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Toulouse, France—The Best Place to Study Abroad in France Right Now by Kirra Edelman, Agribusiness Management Major

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Posted: June 12, 2018

As I was close to entering my last semester as an undergraduate at Penn State University, I realized I was missing something; a study abroad experience.
Me—In front of the Capital of Toulouse, France

Me—In front of the Capital of Toulouse, France

As I was close to entering my last semester as an undergraduate at Penn State University, I realized I was missing something; a study abroad experience. The College of Agricultural Sciences provided me with a life-changing experience in Toulouse, France. This was through an embedded course AGBM 470: Comparing Food Systems in the United States & France. Although the trip was only for two weeks, I learned quite a lot.

Upon arrival, we got a tour around the city and learned how to navigate. This was extremely helpful when we had free time. The next day we toured several food markets including Victor Hugo Market. I was surprised to see how different it was compared to the United States’ typical grocery markets. There were several vendors with ridiculous amounts of cheese, vendors with chickens that had their necks and claws still on, and many other varieties of food as well.

We were lucky to attend a macarons workshop. We were able to make strawberry pistachio, chocolate, and caramel flavored macarons. A few days later we made it to Carcassonne and then Port Vendres where we stayed in a hostel and went on several hikes. The scenery was wonderful. Carcassonne was the castle in which we visited.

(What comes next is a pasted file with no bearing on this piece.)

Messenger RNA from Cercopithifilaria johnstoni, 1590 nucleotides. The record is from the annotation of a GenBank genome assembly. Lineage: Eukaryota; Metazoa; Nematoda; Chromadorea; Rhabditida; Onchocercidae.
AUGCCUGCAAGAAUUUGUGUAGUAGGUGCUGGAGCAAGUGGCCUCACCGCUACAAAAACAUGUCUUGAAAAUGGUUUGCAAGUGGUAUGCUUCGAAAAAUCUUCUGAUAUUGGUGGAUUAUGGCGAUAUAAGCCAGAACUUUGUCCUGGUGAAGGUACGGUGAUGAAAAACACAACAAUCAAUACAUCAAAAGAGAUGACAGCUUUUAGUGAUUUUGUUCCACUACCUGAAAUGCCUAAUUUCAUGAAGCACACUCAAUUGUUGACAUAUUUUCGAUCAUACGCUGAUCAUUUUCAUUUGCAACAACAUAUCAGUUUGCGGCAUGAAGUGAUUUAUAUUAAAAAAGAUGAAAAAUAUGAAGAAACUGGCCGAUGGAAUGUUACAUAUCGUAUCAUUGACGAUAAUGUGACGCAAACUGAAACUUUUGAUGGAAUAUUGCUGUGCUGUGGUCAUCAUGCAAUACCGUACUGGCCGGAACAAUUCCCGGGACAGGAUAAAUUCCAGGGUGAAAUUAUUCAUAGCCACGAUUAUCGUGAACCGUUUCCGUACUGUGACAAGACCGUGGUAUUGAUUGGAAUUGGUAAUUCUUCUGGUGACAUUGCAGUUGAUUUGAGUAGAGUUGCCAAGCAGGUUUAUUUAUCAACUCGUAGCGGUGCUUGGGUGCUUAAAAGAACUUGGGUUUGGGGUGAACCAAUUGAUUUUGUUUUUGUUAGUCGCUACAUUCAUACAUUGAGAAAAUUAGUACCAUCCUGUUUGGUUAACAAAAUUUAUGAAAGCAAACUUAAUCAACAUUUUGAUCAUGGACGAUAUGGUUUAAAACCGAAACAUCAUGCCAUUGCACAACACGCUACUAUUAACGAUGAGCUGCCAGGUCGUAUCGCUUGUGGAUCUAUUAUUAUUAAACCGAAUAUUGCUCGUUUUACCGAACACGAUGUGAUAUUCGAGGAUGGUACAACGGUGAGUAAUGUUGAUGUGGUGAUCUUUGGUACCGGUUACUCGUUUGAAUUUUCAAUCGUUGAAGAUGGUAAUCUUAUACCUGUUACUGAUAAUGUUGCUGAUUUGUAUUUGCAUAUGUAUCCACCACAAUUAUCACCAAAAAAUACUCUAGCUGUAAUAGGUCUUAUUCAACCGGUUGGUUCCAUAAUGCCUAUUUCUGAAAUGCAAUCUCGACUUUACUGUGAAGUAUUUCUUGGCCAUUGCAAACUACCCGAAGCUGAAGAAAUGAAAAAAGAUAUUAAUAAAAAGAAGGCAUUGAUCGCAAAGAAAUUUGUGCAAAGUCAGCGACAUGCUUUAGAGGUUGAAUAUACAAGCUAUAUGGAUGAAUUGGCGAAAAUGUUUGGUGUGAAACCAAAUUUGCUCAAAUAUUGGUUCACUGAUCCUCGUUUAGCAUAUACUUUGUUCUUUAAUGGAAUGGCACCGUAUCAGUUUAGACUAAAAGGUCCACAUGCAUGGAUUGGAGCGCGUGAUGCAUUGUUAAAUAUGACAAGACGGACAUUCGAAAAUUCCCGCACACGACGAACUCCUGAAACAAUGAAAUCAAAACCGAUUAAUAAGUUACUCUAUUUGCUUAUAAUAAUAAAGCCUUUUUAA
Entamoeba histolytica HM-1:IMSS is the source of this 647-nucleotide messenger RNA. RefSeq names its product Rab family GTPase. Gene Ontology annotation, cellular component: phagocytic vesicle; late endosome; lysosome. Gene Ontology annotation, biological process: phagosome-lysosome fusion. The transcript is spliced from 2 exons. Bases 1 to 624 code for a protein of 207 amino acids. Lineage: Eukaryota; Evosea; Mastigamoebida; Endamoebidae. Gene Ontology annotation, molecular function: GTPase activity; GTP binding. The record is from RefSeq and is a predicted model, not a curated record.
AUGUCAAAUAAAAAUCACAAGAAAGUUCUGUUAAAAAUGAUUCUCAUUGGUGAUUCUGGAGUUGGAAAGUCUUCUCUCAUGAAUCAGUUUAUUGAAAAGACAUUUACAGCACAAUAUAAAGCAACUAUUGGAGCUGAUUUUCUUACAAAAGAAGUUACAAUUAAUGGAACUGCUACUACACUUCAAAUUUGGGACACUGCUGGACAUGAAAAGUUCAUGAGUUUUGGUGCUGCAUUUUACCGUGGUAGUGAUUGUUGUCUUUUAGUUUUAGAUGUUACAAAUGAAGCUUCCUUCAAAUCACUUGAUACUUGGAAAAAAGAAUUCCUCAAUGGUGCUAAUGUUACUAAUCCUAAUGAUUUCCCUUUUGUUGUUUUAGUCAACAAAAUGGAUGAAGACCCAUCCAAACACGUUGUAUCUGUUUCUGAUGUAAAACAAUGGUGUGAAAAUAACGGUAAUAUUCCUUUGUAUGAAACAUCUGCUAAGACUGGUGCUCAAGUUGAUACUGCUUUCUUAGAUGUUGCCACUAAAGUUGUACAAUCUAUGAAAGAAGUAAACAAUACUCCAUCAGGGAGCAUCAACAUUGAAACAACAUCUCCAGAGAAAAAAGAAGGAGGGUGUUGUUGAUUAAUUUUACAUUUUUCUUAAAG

On the last day, we helped one of our guest lecturers make dinner at her house. The house was originally built in the 1700s and owned by her husbands family since the 1800s. The house had several historical monuments including the sword of the mayor of Toulouse. Here we helped make a delicious five-course meal.

Throughout my trip, I learned many things. Bread, wine, and cheese is an essential part of meals in France. Also, meals and food are considered much more ‘sacred’. We would often find ourselves rushing ourselves throughout meals to leave, yet we weren’t required to. In the United States, we treat meals as a social event and tend to be in a rush to finish. I learned quite a few self-management skills. At first, I found it extremely stressful ordering food at the markets and communicating with the French. Luckily, I remembered the basics of the French language after taking 5 years in high school. I found myself leading the group in finding our way throughout the city by learning that the buildings stones told us whether we were going North, East, South, or West.

I would describe my trip as life-changing and advantageous to a potential employer. I believe that studying abroad and living in another culture gives me a wider perspective of the world. I chose to specialize in international business, so this class allowed me to compare the United States with an international country. Not only did I get to explore the food systems between both countries, but I got to see the differences in culture and general life.